“If you fall, pick something up while you’re down there.” – New England proverb
Yesterday, I told you a story that highlighted just about every mistake you want to avoid when buying real estate for rental purposes. Today, let’s talk about what you should do.
It seems to me that there are two big secrets in making rental real estate work for you. One has to do with the old “location/location/location” axiom. The other is about the condition of the property you buy.
Let’s start with some rules, keeping in mind that rules are made to be followed until you understand the principles behind them.
1. Buy properties in your local area.
To be a successful investor, you have to know what you are doing. And if you have been living where you are living for any number of years, you already have more knowledge about local real estate than you think. You already have a clear idea of the good neighborhoods, the not-so-good ones, and the ones you need to stay out of. You may have developed a feeling for the up-and-comers. By staying in your local area, you give yourself the chance to really know the market. And this is the most important factor in limiting your risk and increasing your chances for profits.
2. Invest in good or up-and-coming properties.
I can tell you from experience that the old saying about the three rules of real estate being “location, location, location” is true. But there are two kinds of good locations: those that are already established as good and those that are on their way to becoming good. You can make good money with both.
* In good neighborhoods, buy the least-expensive property you can find. That way, any money you spend fixing it up (if you fix it up wisely) will bring you double or triple your invested dollars. When you buy a poor piece of property in a good neighborhood, you get the benefit of the neighborhood to lift your selling price once the property looks acceptable. Of course, it’s not easy to get the least-expensive piece of property in such a good neighborhood cheap. Most of the time, the property owner realizes what’s going on. But with really dilapidated homes, and sometimes with owner-sold properties, you can get a real bargain.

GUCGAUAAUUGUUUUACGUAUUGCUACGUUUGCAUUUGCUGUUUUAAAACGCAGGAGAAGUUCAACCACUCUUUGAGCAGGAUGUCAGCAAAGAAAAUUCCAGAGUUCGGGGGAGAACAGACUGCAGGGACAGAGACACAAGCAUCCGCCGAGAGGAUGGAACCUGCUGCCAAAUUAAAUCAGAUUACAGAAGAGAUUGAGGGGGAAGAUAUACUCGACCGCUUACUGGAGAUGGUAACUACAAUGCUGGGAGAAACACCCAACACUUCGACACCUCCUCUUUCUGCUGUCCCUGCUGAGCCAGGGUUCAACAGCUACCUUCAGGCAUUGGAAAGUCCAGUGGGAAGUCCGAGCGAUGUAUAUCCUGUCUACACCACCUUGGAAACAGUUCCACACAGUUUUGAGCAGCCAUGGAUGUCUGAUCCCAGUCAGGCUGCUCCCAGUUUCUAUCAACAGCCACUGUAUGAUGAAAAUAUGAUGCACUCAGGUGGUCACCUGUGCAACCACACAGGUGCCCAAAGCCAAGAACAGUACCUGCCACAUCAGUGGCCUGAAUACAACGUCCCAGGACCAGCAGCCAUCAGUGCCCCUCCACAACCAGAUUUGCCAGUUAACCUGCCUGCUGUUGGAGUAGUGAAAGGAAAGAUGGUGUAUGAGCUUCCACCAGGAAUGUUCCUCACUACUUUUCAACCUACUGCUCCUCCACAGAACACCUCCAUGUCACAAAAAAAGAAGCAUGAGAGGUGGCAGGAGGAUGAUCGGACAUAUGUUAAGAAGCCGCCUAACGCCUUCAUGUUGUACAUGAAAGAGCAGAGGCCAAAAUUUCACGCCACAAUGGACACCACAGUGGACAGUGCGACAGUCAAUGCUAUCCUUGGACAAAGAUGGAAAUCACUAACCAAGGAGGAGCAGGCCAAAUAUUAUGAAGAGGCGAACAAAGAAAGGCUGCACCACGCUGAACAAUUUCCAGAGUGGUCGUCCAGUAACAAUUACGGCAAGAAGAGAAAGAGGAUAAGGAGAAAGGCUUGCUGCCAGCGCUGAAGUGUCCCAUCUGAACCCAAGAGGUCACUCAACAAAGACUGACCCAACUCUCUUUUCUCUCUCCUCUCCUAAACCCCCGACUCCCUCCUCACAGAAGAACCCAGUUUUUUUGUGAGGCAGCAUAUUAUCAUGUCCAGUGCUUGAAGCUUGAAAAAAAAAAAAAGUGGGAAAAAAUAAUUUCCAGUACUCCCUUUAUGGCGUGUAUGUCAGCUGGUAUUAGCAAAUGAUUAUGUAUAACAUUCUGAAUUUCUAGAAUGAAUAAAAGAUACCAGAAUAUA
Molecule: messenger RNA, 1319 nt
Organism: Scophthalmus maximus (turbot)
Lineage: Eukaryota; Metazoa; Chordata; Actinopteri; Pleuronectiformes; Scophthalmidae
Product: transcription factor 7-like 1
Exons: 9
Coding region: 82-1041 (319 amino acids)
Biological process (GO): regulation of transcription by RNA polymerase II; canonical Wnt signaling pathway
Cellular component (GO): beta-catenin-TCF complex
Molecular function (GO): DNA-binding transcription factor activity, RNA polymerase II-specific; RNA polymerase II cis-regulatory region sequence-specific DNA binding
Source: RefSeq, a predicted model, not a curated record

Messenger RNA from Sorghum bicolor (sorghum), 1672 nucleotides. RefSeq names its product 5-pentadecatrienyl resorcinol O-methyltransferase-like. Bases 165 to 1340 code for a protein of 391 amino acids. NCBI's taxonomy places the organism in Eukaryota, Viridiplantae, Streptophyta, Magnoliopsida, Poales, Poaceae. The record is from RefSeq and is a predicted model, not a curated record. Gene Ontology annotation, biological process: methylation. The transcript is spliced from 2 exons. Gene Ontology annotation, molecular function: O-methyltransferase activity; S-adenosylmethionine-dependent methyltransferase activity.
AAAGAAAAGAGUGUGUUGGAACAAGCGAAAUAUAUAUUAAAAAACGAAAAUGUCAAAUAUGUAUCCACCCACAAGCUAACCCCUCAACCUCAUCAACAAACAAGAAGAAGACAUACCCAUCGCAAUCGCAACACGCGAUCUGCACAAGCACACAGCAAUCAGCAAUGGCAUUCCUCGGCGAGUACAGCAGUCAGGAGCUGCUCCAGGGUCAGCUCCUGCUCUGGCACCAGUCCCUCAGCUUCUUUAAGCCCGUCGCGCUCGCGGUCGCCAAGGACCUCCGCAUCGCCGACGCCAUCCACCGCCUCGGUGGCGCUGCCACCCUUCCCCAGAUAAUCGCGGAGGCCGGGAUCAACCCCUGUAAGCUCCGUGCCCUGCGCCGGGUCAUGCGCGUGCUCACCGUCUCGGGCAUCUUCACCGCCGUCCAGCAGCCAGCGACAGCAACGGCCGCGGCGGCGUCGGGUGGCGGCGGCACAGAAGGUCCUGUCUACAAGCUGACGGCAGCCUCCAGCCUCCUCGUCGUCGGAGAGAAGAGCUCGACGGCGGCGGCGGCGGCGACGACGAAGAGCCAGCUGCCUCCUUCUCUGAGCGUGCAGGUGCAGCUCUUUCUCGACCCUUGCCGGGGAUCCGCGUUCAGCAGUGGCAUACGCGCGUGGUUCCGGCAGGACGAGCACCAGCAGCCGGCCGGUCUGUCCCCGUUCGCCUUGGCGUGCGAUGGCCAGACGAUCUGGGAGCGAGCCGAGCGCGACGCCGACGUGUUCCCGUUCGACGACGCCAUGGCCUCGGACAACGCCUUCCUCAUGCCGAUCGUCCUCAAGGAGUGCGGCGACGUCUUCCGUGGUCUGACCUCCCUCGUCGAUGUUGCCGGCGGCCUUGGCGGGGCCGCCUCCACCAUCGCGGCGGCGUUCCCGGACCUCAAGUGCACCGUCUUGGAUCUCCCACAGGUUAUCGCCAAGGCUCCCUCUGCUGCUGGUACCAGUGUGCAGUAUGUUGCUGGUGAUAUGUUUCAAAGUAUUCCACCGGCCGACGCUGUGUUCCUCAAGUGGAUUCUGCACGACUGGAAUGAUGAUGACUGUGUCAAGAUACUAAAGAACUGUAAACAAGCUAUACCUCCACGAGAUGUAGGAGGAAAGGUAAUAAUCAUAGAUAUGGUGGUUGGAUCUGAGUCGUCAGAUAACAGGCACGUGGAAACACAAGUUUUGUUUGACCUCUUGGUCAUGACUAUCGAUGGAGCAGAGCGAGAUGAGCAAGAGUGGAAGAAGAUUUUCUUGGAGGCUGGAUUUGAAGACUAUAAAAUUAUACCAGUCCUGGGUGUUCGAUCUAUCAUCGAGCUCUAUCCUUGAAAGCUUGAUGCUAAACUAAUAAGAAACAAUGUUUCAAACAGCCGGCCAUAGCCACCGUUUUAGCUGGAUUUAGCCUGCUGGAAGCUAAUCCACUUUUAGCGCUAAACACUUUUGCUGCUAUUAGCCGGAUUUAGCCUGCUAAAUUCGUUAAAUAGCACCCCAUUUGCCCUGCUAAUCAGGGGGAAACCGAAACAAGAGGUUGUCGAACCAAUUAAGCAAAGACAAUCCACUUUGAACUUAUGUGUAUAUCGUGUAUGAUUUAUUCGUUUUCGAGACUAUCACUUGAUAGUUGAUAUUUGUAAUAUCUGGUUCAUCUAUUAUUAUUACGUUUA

A quick example: A couple of months ago, I brought a 1,200-square-foot, two-bedroom apartment in my hometown for $62,000 and rented it out for $1,000 a month. That’s a very good deal, even after considering the three grand I spent fixing it up.
* In up-and-coming neighborhoods, buy properties in clusters — either by yourself or with a consortium of buyers. That way, when you all renovate, you will upgrade the look of the area you are in — and this will bring up prices, sometimes even more than you’d guess.
* Whenever possible, buy newer, solid structures. There’s nothing worse than managing a rundown building. The tenants complain. They are reluctant to pay the rent. They treat you like a crook. It’s bad. Be extra careful about the critical and costly things. Don’t buy any property that has major problems — a bad roof, rotten plumbing, or burned-out electrical. The cost will eat up any profit you can make.
* Develop a network of reliable contractors: a plumber, an electrician, an A/C guy, a painter, a landscaper, and — most important — an inexpensive handyman.
As in so many businesses, real estate is all about buying right. If you get a property for a good price and don’t over-invest in fixing it up, you’ll be 95% certain to do well in the long run.
My own very general guideline on buying rental properties is never to buy a property if the total cost (sales price plus fix-up expenses) exceeds nine times the rent. Usually, I try to do — and do — better than that, though that’s not easy in good and up-and-coming markets, where there is a lot of sophisticated competition vying for limited properties.